2008-2009 National Health Law Moot Court Competition
Thaddeus Mason Pope
Mitchell Hamline School of Law; Australian Health Law Research Center, QUT; Saint Georges University; Alden March Bioethics Institute
January 8, 2009
Journal of Legal Medicine, Vol. 30, No. 4, 2009
The problem involves a private hospital's use of a hypothetical state statute that establishes an internal, non-judicial mechanism for the resolution of medical futility disputes. This statute, like Texas Health & Safety Code section 166.046, gives final adjudicatory authority to a hospital's own health care ethics committee.
The problem addresses two constitutional questions. First, the problem addresses whether a private hospital's use of the state-sanctioned dispute resolution mechanism, to deny patients life-sustaining treatment, constitutes state action. Second, the problem addresses whether the state statute violates the Due Process Clause of the Fourteenth Amendment to the United States Constitution by failing to afford patients with sufficient notice and impartial review prior to the withdrawal of life-sustaining medical treatment.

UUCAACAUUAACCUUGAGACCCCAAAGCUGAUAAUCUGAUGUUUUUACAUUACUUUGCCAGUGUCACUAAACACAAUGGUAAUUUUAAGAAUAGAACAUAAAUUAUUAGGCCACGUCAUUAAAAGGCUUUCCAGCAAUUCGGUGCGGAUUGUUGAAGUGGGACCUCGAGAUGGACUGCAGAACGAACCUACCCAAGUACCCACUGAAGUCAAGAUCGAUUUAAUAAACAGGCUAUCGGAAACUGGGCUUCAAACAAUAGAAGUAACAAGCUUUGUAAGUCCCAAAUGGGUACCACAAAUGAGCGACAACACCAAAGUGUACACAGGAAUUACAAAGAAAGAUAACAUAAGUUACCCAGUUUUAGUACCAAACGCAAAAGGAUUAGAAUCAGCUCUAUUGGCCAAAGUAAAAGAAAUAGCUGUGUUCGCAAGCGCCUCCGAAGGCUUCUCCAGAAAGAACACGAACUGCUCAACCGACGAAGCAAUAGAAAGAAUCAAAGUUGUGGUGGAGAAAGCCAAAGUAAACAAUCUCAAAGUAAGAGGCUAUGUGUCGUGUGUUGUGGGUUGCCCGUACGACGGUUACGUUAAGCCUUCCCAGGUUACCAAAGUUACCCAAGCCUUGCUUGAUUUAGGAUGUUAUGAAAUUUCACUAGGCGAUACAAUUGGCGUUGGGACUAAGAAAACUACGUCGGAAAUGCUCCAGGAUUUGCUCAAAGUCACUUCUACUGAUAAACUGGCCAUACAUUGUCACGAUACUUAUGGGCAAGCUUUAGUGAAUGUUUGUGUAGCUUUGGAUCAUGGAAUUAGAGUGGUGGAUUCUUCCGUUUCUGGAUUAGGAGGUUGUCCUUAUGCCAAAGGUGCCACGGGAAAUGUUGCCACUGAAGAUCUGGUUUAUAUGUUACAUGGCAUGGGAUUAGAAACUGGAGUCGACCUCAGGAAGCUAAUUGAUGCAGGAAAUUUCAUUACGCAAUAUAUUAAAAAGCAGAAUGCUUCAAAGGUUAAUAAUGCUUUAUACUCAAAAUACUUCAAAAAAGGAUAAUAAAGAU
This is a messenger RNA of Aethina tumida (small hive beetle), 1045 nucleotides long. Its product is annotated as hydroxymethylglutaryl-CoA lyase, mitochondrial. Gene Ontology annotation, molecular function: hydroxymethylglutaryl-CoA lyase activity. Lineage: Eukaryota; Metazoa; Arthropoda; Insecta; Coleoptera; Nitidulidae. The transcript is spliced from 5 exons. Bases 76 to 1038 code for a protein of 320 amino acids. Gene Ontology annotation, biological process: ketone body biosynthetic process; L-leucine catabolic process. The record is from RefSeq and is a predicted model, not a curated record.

Number of Pages in PDF File: 24
Keywords: medical futility, ethics committee, end- of-life, procedural due process, state action, constitutional law, moot court, Texas Advance Directives Act
JEL Classification: I00, I18, K4, K32, K13, K41, K32
Date posted: January 9, 2009 ; Last revised: November 6, 2013
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